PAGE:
“Spanky Wilson again. This is like a Part 2. If she was coming over I couldn’t just get her on one track.
“This has more of a JB’s vibe to it. I think I was trying to do a Lyn Collins-esque thing. It has a soul revue groove. By this time I was in full swing with the Quantic Soul Orchestra, so getting more into this funk/R&B stuff.
“Some of this record stands up. I’m not sure if this song, production-wise, does. It’s a bit ‘breaky’.
“If I had the parts I’d do something different with it today. Thing is I don’t have any of the stems for any of this album. I didn’t even think about saving them.”
“It’s probably the only drum & bass track that I released. This has a lot of samples in. Some guitar on it. Then I took that ‘mummy-daddy’ drum-roll intro.
“It is what it is. Quite fast isn’t it? Christ! How did you dance to it?
“I remember it working quite well at the time. There was a Tru Thoughts club night in Brighton called phonic:hoop that it was played in. Aside from that, I don’t know if it got played out a lot.
“Back then I was quite outside the mainstream dance music scene. I was in a pocket, really, in Brighton. And this stuff was in the shadows.”
“This is a song that Alice Russell and I wrote together. It starts off with the funk/Afrobeat guitar ideas, then I think it has an influence of bands like Fat Freddy’s Drop, with that reggae influence.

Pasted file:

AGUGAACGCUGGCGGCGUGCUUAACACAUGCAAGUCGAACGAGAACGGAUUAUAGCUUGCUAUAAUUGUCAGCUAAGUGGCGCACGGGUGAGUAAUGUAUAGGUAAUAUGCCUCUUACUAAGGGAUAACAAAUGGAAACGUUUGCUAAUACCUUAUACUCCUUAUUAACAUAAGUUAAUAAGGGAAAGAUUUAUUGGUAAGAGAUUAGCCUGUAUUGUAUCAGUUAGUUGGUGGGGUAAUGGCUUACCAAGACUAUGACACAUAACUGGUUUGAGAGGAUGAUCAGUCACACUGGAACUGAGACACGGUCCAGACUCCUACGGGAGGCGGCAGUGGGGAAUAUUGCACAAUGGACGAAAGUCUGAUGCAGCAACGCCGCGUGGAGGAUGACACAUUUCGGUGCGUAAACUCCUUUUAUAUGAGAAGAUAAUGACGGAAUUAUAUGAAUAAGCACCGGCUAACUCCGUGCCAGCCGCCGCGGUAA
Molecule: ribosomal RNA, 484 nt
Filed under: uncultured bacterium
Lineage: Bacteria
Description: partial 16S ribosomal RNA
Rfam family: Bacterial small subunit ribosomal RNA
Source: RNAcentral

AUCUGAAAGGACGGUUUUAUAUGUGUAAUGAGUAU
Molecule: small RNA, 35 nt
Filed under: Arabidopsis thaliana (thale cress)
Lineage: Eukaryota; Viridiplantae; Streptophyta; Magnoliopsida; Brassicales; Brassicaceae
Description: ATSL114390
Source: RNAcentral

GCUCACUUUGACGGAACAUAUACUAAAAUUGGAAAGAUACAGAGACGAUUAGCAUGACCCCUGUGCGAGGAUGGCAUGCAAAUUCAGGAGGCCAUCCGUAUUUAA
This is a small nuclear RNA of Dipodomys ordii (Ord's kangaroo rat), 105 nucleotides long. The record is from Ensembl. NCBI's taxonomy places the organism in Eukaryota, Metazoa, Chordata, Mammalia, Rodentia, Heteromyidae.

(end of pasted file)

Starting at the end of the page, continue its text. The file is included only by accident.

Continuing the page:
“Me and Alice were touring a lot, and had been to New Zealand, where they’re from.
“My dad plays banjo on this. I sent it to him in Wales and he recorded that.
“It’s a long track too, man. It’s like seven minutes. It’s cool, too, that Tru Thoughts allowed me to have these long tracks. There wasn’t really an A&R push in order to get things shortened.
“Did the album do well for them? I dunno, dude [laughs]. They asked me to do another one, so…”
In the studio with Will Holland
“Most of this record was made in my bedroom [in Brighton]. The setup would have been a PC and a soundcard, running Logic, when it was Emagic. I just used all the Logic plugins. I’d sample a lot of percussion off charity shop records, and program drums around them.
“I’d just get loops going, and start writing to them. Chopping up stuff with ReCycle. Get the groove together and go from there with various instruments, like a bass guitar, guitar, and then some percussion. I played some saxophone and we had other players in for organs and vibraphones, and some string players.
“I had a terrible Peavey bass head that had built-in phaser and reverb. I used that. It had a direct out. It was like the pre-amp for the guitar.
“I used a couple of other studios, and went to London and France to record too.”